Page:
For those concerned with the violence of that era, the book doesn't really touch on it. There is tragedy, but the violence is not in-your-face. There are scenes in brothels, but nothing gratuitous. Depending on how you like your reads, this could be either a plus or minus.
If you choose to read Where The Night Never Ends, which I suggest you do if you A) enjoy historical fiction and/or B) are fascinated with the 1920s Prohibition Era in Chicago, I promise it won't be wasted time. You may even love it!
- Carissa W.
I was given a free copy of Where The Night Never Ends in exchange for an honest review.
I awoke in the early morning, my bones chilled as if they could fracture. I stomped back and forth in the abandoned lot until an inkling of warmth returned to my feet and hands. Remembering the sack from yesterday, I pinched my nose and took a drink from the whiskey. I shook myself as the liquid edged a fiery trail down my throat and gathered heat in my middle.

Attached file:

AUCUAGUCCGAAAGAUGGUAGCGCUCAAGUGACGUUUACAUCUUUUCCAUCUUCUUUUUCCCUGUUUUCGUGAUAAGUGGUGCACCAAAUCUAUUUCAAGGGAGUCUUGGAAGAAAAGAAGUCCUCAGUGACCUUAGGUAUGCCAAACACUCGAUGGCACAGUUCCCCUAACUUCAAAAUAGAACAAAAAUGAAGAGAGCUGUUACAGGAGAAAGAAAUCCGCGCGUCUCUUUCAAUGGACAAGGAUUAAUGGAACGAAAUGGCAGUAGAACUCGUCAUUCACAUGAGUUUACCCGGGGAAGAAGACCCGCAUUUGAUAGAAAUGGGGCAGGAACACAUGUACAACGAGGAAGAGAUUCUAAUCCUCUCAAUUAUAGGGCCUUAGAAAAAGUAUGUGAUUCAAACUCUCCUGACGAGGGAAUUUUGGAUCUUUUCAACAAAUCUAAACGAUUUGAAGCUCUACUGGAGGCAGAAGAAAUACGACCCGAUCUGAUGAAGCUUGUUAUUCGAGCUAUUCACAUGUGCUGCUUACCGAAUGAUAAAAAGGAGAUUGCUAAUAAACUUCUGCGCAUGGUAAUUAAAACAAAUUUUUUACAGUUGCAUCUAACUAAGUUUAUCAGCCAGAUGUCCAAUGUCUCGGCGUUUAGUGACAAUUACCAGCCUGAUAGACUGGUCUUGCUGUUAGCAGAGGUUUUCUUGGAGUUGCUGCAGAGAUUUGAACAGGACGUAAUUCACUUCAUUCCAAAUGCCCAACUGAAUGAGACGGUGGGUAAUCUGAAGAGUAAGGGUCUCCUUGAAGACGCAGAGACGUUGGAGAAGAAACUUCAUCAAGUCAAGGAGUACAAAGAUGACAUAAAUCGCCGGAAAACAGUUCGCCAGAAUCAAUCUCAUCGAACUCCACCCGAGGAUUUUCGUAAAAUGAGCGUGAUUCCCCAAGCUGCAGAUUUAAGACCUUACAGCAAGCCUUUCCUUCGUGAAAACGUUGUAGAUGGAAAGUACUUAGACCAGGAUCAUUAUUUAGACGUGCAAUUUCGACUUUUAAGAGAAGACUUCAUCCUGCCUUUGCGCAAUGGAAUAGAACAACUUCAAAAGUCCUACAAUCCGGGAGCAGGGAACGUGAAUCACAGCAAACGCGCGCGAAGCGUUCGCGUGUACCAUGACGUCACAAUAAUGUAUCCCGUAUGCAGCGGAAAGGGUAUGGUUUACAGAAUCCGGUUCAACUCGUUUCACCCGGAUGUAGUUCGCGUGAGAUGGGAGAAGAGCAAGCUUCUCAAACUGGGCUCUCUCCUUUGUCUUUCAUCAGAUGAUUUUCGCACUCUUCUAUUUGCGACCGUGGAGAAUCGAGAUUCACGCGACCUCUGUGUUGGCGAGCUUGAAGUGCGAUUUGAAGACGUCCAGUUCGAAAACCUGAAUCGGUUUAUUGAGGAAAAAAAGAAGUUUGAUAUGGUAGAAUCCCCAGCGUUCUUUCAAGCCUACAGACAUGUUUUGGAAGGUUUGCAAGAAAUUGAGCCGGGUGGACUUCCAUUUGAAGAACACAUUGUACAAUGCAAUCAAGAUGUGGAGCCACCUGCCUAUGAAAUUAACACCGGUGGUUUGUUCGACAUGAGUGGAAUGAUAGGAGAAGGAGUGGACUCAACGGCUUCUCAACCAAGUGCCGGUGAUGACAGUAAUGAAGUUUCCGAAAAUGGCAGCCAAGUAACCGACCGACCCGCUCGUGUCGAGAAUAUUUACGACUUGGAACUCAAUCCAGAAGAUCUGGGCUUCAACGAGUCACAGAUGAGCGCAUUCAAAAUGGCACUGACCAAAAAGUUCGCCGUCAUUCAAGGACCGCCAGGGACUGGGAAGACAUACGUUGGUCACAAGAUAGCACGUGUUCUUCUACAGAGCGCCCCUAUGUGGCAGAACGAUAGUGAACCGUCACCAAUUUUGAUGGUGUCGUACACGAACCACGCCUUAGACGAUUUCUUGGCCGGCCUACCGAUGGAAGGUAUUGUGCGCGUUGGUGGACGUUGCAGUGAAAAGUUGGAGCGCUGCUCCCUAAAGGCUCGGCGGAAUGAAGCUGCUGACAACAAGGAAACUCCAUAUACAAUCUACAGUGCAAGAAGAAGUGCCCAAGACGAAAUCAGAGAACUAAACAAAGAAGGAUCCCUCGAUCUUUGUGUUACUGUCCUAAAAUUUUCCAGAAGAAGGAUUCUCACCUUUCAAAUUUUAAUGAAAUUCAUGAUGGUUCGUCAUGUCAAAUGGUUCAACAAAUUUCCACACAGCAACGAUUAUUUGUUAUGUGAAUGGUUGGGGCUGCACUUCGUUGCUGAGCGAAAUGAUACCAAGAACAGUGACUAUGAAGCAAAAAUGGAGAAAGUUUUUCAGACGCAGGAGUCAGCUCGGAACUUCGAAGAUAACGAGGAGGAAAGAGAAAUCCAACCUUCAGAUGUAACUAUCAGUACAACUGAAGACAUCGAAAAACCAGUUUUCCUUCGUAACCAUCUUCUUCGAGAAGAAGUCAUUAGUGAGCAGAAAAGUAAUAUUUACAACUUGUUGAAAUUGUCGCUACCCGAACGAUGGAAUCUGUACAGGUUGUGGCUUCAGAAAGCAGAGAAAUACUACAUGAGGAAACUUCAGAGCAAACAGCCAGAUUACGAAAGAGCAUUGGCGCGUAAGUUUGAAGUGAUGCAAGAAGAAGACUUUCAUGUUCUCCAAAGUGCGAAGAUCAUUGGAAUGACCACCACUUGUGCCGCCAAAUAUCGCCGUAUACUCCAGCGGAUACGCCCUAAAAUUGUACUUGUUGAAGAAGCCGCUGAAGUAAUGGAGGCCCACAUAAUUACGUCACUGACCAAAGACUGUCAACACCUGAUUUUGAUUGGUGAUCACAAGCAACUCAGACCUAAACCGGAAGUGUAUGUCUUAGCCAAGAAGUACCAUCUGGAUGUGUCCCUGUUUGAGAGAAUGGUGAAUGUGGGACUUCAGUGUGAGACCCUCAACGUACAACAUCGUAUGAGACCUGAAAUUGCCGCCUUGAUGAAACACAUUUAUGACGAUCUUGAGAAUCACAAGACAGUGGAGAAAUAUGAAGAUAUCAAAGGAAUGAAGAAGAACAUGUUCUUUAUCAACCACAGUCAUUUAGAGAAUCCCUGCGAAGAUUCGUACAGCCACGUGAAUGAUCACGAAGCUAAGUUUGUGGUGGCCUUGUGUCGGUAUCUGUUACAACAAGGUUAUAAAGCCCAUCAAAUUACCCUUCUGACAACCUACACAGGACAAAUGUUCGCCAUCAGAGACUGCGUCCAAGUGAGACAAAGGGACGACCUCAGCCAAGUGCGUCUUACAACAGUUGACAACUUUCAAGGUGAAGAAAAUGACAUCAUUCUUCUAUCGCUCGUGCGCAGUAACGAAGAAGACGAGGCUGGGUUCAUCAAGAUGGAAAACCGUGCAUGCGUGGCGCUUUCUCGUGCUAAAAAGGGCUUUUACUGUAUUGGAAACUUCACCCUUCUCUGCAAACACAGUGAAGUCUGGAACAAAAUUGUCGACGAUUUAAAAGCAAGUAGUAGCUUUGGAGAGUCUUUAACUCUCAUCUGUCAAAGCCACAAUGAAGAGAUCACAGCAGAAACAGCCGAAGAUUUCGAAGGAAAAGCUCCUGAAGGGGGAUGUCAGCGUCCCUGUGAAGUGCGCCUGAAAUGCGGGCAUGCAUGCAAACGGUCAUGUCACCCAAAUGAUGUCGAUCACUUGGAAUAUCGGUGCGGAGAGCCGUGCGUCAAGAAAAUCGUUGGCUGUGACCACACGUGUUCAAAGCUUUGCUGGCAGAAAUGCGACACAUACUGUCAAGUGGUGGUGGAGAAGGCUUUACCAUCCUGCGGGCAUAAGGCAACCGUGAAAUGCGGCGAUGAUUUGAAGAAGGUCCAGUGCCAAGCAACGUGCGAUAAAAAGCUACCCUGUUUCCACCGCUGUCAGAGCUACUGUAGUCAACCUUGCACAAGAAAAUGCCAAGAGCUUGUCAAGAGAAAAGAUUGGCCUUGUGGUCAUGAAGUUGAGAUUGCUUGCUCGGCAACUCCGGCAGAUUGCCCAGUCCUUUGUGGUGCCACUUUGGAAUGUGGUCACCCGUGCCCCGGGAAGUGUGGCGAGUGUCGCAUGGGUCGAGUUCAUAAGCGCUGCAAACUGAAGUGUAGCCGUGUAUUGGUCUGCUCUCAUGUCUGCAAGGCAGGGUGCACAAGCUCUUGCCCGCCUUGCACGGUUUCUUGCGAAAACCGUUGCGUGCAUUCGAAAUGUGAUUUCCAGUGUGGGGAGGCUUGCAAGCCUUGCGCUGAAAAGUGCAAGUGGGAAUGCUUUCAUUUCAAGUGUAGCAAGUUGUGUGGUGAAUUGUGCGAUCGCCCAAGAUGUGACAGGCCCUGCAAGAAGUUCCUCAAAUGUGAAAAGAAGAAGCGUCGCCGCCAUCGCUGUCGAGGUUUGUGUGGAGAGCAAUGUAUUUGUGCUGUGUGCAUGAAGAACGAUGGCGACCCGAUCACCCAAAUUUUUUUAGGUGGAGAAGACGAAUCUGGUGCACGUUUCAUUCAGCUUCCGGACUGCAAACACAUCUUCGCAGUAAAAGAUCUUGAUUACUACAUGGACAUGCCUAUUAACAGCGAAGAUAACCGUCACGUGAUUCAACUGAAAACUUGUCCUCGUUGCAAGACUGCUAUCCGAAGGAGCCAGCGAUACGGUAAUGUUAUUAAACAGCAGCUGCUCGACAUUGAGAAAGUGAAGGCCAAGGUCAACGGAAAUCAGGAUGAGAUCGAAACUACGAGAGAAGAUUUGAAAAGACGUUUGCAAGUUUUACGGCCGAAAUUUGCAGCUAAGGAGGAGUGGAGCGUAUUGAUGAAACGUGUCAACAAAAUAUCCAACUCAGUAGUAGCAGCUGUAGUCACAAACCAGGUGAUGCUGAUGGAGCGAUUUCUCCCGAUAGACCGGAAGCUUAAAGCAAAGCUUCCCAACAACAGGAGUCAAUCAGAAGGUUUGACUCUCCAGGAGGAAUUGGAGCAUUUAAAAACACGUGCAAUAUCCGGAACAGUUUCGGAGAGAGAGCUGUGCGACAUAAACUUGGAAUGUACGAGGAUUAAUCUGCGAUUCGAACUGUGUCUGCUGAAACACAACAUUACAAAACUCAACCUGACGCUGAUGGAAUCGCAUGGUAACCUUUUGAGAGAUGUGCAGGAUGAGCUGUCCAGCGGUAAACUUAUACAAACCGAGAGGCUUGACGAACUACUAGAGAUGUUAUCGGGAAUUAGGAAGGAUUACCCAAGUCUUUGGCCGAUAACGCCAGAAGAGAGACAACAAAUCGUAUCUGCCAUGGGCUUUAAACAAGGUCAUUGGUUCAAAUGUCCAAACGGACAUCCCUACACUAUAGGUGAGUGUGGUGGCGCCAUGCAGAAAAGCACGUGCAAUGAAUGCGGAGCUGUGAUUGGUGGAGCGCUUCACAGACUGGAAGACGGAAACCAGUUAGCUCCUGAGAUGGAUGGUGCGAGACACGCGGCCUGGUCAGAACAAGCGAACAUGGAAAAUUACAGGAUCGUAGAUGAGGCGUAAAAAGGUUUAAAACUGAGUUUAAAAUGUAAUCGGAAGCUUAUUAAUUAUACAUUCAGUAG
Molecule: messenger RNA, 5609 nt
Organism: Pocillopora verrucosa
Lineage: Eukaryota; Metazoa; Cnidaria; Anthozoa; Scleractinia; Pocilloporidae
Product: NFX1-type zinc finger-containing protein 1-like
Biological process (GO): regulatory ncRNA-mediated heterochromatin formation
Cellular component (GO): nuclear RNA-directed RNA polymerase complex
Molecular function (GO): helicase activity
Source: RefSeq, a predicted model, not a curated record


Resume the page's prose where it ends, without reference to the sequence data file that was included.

I’d made up my mind to leave.
What about Papa’s favorite cooking pot made from cast-iron? And his knife used for cutting ingredients, Mamma’s quilt that carried her scent? Should I return and check? Visit my girlfriend, Helen, who lived on the same block? We’d gone to school together, but Helen worked in a canning factory six days a week because her father worked there too.
No, I couldn’t risk it. Talbott had no doubt taken over my apartment and everything in it. Or he was lying in wait. There was no telling what he’d do if he caught me.